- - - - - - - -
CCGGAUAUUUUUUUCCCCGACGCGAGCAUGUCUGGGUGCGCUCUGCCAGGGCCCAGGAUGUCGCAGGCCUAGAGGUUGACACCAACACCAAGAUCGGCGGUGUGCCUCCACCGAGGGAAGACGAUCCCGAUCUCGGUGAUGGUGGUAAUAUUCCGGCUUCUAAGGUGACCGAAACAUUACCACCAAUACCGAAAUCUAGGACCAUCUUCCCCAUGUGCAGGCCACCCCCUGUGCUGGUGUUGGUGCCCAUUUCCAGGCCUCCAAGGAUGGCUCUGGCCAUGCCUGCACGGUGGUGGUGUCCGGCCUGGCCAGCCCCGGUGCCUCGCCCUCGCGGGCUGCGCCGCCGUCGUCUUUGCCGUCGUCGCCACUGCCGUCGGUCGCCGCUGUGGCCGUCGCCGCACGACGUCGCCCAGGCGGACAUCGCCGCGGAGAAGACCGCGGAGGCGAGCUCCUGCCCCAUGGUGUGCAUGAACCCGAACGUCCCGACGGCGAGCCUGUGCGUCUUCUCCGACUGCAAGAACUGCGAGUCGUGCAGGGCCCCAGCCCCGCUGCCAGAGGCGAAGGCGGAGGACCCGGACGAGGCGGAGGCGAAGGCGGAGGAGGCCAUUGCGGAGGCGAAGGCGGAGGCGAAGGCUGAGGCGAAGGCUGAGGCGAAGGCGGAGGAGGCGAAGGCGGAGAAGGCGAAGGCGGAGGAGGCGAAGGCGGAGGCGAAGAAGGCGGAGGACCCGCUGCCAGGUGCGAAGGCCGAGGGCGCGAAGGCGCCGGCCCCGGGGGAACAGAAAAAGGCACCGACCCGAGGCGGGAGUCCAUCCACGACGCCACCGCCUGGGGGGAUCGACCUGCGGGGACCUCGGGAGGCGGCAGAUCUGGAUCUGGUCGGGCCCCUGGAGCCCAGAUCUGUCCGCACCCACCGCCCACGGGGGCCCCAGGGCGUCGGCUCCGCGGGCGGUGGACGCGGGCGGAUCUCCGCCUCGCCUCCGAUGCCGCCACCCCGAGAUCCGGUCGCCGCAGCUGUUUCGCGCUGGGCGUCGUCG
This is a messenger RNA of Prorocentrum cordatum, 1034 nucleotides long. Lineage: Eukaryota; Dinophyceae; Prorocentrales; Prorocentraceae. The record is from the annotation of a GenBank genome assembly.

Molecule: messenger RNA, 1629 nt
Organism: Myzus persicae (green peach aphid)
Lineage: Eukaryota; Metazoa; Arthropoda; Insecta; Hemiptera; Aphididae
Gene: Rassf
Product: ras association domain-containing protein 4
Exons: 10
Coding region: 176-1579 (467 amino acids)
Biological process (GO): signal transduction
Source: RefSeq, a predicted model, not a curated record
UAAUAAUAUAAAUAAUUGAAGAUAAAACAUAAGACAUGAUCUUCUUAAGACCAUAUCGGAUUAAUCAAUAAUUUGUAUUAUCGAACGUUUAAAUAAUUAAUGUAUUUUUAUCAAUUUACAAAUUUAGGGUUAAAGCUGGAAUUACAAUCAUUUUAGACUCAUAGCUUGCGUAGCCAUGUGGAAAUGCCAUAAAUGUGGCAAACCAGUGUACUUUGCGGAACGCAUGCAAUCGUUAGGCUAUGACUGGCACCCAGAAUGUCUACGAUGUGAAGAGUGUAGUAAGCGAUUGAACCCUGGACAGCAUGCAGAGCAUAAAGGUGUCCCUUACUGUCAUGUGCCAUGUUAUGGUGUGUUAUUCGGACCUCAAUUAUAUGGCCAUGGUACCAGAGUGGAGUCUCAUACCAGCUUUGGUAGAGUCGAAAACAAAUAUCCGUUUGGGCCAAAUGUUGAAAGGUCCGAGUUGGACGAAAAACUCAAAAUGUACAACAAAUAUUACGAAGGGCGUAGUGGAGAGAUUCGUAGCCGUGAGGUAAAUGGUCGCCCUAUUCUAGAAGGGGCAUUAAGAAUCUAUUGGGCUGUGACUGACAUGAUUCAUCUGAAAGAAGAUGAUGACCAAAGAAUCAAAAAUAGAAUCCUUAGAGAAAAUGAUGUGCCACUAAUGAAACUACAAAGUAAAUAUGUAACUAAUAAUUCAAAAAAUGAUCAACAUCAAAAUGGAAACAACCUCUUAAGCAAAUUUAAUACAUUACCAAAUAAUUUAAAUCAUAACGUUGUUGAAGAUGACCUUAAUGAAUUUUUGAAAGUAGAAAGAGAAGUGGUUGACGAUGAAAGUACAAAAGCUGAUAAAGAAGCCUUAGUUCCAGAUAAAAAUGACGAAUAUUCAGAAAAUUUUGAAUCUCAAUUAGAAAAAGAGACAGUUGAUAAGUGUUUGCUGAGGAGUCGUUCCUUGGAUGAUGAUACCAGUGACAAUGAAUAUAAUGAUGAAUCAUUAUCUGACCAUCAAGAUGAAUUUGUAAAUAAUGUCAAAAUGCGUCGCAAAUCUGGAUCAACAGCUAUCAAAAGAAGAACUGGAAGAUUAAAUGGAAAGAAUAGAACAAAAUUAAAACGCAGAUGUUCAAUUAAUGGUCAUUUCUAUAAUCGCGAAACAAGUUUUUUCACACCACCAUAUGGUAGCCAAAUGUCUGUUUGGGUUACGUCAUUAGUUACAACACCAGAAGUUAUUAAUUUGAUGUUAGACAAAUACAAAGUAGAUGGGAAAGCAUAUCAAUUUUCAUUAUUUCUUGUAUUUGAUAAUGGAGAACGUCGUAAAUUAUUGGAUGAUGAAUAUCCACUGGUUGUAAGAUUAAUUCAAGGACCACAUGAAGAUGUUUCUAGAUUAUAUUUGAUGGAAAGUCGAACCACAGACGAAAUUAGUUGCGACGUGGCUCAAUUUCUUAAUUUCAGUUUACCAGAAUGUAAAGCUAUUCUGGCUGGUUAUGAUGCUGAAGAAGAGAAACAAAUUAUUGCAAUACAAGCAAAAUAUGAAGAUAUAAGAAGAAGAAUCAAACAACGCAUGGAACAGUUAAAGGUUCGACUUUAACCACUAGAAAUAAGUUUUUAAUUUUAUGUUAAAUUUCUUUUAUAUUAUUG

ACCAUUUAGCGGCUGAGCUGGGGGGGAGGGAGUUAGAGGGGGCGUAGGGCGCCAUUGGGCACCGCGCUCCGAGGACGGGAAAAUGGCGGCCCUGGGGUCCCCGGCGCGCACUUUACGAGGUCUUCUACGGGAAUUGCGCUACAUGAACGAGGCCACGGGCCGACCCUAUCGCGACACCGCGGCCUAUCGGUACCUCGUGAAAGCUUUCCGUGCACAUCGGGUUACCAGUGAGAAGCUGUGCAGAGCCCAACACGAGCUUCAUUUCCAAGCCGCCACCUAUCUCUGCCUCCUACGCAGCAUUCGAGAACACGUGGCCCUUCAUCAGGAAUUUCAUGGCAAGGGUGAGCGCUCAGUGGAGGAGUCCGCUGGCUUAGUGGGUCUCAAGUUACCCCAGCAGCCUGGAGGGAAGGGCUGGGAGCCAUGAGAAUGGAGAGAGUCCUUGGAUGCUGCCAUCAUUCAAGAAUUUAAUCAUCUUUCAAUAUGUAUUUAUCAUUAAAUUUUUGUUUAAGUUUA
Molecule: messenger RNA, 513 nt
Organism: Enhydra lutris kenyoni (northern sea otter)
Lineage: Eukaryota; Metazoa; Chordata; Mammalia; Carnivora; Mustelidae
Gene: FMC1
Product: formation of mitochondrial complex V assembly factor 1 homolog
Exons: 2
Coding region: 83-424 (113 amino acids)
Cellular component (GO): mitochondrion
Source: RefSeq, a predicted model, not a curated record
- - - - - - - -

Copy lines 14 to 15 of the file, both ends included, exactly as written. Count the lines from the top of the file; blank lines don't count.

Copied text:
Molecule: messenger RNA, 513 nt
Organism: Enhydra lutris kenyoni (northern sea otter)